As the first doses of the Pfizer vaccine arrive in California, Governor Gavin Newsom on Monday launched “Vaccinate All 58,” California’s campaign for a “safe, fair and equitable vaccine for all 58 counties in the state,” according to a press release from his office.
The governor joined Kaiser Permanente Los Angeles Medical Center, one of the first locations in the state to receive the Pfizer COVID-19 vaccine, as first doses were administered. Across California, vaccines will be administered in phases by prioritizing groups according to risk and level of exposure. Initial doses will go to California’s essential health care workers and those among the most vulnerable in long-term care settings.
“This is a moment for hope, and it is also a time to remain vigilant as we face the most intense surge yet,” Newsom said. “While we have prepared for this surge with beds and equipment, staffing shortages are real and impact our medical system.”
At first, vaccines will be provided to health care workers and those in long-term care settings in accordance with the California Department of Public Health (CDPH) Allocation Guidelines for COVID-19 Vaccine During Phase 1A. This is expected to be followed by essential workers and others at highest risk of becoming infected or severely ill with COVID-19.
“This is a tremendous scientific achievement and a moment of hope for all Californians,” said Secretary of the California Health and Human Services Agency Dr. Mark Ghaly. “But it is not a moment to let down our guard. COVID-19 is spreading like a wildfire throughout our state and we need to stay home and wear a mask to preserve our health care delivery system until the vaccine is widely available and adopted in our state.”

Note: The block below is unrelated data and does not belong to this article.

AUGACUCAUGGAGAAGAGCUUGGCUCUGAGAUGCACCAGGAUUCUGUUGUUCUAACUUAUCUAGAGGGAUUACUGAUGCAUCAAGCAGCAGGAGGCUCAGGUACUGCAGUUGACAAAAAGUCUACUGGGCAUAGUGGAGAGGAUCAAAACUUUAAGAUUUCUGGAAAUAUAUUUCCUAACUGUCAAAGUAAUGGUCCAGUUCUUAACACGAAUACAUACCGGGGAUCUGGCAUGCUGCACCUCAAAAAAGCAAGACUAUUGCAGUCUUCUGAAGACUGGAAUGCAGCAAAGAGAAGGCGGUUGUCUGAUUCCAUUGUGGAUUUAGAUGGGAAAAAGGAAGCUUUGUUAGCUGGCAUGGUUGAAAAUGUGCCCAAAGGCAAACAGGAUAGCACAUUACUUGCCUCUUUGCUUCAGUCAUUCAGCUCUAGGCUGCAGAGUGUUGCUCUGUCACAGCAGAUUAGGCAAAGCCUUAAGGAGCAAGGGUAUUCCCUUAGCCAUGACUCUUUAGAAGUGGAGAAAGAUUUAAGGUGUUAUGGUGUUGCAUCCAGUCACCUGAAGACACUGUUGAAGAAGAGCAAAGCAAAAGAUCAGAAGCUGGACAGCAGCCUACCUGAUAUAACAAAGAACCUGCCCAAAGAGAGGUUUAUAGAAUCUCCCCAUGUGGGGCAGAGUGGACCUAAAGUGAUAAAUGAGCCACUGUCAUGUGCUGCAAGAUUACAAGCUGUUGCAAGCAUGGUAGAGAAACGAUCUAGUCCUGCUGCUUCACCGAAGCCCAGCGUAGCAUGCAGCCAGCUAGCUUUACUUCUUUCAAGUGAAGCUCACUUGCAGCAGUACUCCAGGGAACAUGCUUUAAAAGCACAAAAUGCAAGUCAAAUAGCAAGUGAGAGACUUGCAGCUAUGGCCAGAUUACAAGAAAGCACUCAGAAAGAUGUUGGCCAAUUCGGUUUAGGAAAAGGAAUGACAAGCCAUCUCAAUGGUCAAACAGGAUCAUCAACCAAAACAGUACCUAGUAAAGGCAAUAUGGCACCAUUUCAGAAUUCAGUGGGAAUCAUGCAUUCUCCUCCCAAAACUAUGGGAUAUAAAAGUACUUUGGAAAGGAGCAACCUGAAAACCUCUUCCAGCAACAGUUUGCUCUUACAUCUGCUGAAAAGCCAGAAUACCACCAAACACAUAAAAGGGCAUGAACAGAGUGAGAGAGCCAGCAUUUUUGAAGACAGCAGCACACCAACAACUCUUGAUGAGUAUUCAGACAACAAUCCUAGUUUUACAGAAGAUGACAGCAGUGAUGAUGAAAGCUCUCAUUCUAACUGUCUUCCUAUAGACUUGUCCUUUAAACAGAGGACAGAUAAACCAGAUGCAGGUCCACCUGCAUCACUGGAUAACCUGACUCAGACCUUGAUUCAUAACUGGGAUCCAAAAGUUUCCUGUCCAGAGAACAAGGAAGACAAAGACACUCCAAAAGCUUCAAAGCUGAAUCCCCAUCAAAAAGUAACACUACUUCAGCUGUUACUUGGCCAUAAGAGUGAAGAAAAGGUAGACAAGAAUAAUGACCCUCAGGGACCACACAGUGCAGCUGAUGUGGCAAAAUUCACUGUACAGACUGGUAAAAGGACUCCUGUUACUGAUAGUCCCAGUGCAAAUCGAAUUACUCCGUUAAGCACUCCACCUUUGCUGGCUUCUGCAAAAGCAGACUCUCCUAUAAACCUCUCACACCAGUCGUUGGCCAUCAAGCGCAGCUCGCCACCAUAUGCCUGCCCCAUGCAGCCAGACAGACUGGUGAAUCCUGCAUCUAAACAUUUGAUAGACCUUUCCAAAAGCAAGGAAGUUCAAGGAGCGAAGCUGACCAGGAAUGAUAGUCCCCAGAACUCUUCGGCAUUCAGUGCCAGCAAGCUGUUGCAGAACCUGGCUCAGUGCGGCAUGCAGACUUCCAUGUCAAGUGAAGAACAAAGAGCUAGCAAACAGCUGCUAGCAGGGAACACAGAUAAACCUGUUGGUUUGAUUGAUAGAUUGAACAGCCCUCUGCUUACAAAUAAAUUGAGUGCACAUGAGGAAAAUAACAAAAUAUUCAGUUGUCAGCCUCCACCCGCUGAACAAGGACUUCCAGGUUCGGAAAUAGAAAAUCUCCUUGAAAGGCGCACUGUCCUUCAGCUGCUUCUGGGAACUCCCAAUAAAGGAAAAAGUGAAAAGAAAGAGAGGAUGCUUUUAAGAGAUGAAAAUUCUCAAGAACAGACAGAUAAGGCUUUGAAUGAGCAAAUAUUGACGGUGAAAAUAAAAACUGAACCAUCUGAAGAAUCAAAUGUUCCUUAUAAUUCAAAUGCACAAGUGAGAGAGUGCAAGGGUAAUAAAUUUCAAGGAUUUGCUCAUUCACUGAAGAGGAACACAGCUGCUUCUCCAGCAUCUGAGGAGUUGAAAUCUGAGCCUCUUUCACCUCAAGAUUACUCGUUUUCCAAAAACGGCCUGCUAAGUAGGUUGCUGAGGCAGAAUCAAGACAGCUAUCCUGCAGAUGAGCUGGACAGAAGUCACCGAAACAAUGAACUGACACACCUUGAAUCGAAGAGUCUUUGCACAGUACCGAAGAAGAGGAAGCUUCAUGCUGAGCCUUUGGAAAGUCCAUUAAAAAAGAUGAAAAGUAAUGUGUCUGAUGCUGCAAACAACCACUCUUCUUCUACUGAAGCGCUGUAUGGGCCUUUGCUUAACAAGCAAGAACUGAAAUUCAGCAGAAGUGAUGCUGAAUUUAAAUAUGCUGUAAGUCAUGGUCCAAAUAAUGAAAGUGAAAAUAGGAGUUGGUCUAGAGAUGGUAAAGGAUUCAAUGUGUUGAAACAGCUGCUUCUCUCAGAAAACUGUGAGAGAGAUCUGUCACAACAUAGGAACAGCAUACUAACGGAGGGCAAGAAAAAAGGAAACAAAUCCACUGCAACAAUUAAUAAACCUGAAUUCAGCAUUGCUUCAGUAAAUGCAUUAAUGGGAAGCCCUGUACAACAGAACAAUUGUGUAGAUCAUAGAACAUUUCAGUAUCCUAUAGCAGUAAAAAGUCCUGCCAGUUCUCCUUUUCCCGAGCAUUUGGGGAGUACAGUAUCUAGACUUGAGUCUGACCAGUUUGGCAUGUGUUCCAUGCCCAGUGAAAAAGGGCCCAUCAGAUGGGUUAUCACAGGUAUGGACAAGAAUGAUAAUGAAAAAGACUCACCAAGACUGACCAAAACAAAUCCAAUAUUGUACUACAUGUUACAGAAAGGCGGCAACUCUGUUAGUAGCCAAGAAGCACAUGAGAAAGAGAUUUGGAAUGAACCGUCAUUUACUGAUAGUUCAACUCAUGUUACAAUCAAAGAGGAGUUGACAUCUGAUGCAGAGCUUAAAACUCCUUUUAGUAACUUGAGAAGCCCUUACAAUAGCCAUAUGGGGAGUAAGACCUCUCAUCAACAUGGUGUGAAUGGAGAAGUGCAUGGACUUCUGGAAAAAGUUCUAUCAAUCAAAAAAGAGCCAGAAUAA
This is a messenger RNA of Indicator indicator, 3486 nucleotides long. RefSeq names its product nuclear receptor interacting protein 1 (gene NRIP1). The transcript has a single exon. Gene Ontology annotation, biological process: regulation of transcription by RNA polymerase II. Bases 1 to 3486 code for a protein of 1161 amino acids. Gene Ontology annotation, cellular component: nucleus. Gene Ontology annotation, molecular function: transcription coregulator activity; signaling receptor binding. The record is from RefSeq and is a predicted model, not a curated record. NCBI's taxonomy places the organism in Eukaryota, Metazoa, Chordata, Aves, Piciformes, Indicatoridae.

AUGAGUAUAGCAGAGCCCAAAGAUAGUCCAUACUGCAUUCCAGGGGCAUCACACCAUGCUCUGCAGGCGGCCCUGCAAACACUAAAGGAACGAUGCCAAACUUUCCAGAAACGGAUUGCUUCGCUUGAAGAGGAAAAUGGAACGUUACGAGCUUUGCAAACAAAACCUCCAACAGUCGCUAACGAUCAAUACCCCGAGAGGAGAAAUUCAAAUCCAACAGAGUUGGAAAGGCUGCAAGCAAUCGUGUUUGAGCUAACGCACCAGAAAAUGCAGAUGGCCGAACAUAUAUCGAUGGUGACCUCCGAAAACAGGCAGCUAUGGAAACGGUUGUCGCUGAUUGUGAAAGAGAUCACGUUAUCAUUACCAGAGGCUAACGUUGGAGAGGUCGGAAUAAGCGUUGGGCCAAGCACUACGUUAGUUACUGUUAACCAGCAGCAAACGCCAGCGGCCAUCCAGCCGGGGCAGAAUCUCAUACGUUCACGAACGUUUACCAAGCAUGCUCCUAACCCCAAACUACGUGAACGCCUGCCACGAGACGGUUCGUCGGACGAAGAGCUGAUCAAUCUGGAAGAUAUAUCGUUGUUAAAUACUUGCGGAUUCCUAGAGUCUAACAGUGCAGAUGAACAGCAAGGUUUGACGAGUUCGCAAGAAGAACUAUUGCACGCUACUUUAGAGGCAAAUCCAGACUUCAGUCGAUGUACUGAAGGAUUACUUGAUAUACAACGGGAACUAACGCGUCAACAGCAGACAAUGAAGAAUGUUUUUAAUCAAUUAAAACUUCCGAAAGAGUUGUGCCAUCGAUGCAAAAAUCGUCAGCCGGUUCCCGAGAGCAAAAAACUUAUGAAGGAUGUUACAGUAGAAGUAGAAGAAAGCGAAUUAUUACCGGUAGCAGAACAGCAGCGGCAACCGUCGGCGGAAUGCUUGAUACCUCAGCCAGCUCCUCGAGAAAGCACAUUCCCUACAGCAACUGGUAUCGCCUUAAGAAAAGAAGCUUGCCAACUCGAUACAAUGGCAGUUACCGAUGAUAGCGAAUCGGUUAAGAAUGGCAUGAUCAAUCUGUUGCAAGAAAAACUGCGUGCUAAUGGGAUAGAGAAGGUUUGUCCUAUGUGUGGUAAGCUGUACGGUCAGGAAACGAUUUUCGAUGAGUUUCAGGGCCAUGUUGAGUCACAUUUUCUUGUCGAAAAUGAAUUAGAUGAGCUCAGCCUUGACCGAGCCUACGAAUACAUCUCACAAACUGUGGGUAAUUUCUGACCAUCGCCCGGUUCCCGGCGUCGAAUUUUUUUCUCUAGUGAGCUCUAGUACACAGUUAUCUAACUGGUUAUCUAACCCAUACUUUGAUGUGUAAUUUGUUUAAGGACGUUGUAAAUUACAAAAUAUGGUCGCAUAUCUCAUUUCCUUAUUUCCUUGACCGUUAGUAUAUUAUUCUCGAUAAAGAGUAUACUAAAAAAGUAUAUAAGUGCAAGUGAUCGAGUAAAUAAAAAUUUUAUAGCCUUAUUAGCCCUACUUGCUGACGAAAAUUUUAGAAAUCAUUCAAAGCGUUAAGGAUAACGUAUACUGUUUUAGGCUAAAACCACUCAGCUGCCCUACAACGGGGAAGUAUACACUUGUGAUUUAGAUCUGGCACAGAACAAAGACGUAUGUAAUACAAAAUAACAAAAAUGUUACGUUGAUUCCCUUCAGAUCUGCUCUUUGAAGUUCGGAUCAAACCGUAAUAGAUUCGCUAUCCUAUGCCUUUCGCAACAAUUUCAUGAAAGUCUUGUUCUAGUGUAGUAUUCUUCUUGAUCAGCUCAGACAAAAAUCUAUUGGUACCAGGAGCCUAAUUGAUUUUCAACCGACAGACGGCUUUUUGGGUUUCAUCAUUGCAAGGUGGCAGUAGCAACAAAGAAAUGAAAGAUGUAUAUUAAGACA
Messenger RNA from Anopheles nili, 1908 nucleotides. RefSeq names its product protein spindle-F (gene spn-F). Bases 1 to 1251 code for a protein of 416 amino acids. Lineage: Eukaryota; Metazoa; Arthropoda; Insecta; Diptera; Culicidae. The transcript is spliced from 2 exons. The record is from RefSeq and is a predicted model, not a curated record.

To review the COVID-19 vaccine for safety and efficacy, California formed a Scientific Safety Review Workgroup. Joined by Washington, Oregon and Nevada, the workgroup is comprised of immunization and public health experts. The group worked concurrently and independently to review the F.D.A.’s actions related to COVID-19 vaccinations. This past Sunday, the workgroup confirmed the Pfizer vaccine is safe for public use. They will continue to evaluate other COVID-19 vaccines following federal review processes.
Two workgroups are working to ensure the vaccines are distributed equitably: a Drafting Guidelines Workgroup is developing California-specific guidance for the prioritization and allocation of vaccine when supplies are limited, and the Community Advisory Vaccine Committee is providing input and feedback on the planning efforts and resolving barriers to equitable vaccine implementation and decision-making.